InDesign Displays my RGB Blue 0,0,255 as dull CMYK especially for my blue 0,0,255

New Here ,
Nov 30, 2021 Nov 30, 2021

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InDesign Displays my RGB Blue 0,0,255 as dull CMYK especially for my blue 0,0,255.

I have definitely set my EPS files to RGB color, but only the 0,0,255 blue is converted to an ugly dull blue. I also set my PDF output to RGB, but the blue is still wrong and only wrong for my EPS files. The 0,0,255 blue for text outputs correctly. So, why won't InDesign 15 or 16 output the EPS color correctly?
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thomasb14279947_0-1638298765944.png

 

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correct answers 1 Correct answer

Adobe Community Professional , Dec 03, 2021 Dec 03, 2021

@thomasb14279947 wrote:

When you past an RGB color into another RGB illustrator doc 1000 times, it is faster to use spot because at appears in the swatches panel instantly. Otherwise you have to add the color manually 1000 times into the swatches panel. That is how spot came into the RGB picture.


 

I realize you don’t want to continue along this tangent, but this is worth noting:

 

What you describe is using spot colors as a workaround for specifying color inappropriately; instead of using spot

...

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Adobe Community Professional ,
Nov 30, 2021 Nov 30, 2021

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EPS files display only the low-res preview in ID and in most apps. These previews depend on the app used to generate the EPS and can vary considerably.

 

The output, to print or PDF, should be correct. If it varies from the ID color setting, there is something wrong with the EPS export (possibly CMYK color definition/conversion?)

|| Word & InDesign to Kindle (& EPUB): a Professional Guide (Amazon)

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New Here ,
Nov 30, 2021 Nov 30, 2021

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It was an issue with the EPS file Save As menu. By checking Include CMYK Postscript... it over-rides the RGB color settings and no matter how you output to a PDF, the EPS art will forever stay as CMYK when using InDesign. It is now fixed.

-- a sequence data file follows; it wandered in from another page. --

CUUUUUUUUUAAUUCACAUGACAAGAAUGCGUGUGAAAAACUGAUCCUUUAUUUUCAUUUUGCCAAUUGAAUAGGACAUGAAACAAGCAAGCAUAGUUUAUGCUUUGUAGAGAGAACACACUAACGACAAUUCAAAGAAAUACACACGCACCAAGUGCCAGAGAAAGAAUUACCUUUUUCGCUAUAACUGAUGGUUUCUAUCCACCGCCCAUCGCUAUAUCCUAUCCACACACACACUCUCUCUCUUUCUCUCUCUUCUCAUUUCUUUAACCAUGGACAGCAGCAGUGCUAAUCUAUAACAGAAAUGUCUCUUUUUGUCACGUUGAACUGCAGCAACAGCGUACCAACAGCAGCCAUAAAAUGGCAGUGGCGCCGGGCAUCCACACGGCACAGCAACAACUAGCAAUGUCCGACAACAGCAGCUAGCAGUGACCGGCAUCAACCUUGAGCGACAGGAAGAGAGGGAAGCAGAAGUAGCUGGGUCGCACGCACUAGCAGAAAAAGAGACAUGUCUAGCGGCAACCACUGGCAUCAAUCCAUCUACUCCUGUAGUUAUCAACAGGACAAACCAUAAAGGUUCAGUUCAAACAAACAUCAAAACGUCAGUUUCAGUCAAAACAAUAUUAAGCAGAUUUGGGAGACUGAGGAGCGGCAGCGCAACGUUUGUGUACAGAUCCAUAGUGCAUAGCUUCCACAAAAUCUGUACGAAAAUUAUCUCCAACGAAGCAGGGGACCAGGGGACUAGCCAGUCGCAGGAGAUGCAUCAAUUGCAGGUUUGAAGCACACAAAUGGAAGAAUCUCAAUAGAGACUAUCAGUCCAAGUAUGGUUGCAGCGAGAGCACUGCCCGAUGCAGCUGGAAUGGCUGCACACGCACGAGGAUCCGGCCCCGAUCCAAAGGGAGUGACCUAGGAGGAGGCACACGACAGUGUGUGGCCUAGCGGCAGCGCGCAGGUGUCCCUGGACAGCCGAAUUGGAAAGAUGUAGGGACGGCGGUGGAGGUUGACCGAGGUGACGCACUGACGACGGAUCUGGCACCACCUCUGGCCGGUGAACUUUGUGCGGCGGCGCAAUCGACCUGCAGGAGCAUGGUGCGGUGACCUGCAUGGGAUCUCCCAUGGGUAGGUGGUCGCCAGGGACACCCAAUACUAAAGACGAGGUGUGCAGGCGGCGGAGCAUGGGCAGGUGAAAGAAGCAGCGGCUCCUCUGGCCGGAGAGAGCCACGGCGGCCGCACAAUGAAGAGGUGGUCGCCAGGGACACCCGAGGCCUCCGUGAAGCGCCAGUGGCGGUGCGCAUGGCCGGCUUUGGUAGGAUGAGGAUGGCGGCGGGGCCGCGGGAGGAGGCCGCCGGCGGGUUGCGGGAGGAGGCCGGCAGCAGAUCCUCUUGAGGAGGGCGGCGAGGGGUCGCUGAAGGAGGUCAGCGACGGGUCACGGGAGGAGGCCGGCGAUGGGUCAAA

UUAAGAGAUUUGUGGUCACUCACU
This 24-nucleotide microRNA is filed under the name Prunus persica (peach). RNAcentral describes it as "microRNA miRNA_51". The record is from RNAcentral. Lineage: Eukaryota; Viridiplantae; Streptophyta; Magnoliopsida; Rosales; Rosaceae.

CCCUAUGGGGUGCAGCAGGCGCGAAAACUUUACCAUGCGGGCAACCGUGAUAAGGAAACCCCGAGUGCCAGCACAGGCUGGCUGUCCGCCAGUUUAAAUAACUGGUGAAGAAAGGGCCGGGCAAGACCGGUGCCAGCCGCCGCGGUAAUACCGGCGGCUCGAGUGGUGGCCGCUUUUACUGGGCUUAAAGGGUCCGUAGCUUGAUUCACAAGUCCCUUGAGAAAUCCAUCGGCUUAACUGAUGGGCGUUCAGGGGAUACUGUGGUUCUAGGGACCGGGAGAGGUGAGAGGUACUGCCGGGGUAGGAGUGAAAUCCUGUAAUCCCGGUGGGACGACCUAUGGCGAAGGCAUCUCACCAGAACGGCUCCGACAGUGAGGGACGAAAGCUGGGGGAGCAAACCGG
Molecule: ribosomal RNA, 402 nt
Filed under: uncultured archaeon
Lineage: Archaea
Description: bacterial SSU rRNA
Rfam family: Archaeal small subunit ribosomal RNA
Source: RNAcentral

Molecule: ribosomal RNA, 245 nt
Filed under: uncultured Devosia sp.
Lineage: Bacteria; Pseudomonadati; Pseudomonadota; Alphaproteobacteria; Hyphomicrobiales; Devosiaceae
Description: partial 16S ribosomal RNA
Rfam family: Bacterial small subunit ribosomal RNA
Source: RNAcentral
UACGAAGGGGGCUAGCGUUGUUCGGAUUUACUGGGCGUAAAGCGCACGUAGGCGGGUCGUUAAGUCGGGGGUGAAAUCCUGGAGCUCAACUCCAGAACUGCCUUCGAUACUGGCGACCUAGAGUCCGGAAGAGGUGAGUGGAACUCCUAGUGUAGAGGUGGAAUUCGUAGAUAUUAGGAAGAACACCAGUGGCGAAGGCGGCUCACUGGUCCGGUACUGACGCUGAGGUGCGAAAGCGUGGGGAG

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Adobe Community Professional ,
Nov 30, 2021 Nov 30, 2021

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EPS is considered an obsolete format.

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New Here ,
Nov 30, 2021 Nov 30, 2021

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EPS is still a valid vector high quality format and profitable format for my company's systems for print and online. May be we will go to SVG or something else some day, but that is beyond my control.

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Adobe Community Professional ,
Nov 30, 2021 Nov 30, 2021

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Hi @thomasb14279947 , Be careful with SVG for print—SVG can’t be properly color managed.

 

EPS can still be used , but it has significant limitations—it has to be flattened, no live transparency. And a vector EPS out of Illustrator can’t have a color profile embedded, which would be a real problem with RGB files. The .PDF or .AI formats don’t have color management or live transparency problems. 

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Adobe Community Professional ,
Nov 30, 2021 Nov 30, 2021

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Here’s an example of the color mangement problems you could run into with RGB .eps files.

 

On the left is the .eps in Illustrator with the RGB color assignment set to Adobe RGB. On the right I’ve placed it in two InDesign documents, and because the EPS can’t be saved with its profile embedded, the color changes depending on the InDesign document’s RGB profile assignment (Edit>Assign Profiles)—top is sRGB, bottom is ProPhotoRGB:

 

Screen Shot 3.png

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New Here ,
Dec 01, 2021 Dec 01, 2021

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Yep, am not planning to use SVG for print, but I can display colors in both RGB and CMYK by using spot colors (via Illustrator) in an SVG file. It displays correctly, but am assuming this is a simulation of the CMYK. That's all I need to talk about on this subject.

thomasb14279947_0-1638380106559.png

 

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Adobe Community Professional ,
Nov 30, 2021 Nov 30, 2021

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If you have any say in what your company will do in the future, and they someday want to transition to a future beyond EPS, they want PDF. EPS and PDF are both based on PostScript, and PDF specifically fixed several flaws in how EPS is implemented.

 

EPS was great in the 1980s and 1990s, but as print requirements advanced, EPS was found to be technically lacking, not able to handle some of the more recent color production requirements that rob day mentioned. That is why EPS gave way to PDF in print workflows.

 

Several years ago Adobe transitioned the native Illustrator file format to be PDF-based, so when an Illustrator vector document is saved as PDF, it loses little compared to EPS. PDF is now the main line; in comparison EPS is now a deprecated fork format with missing capabilities.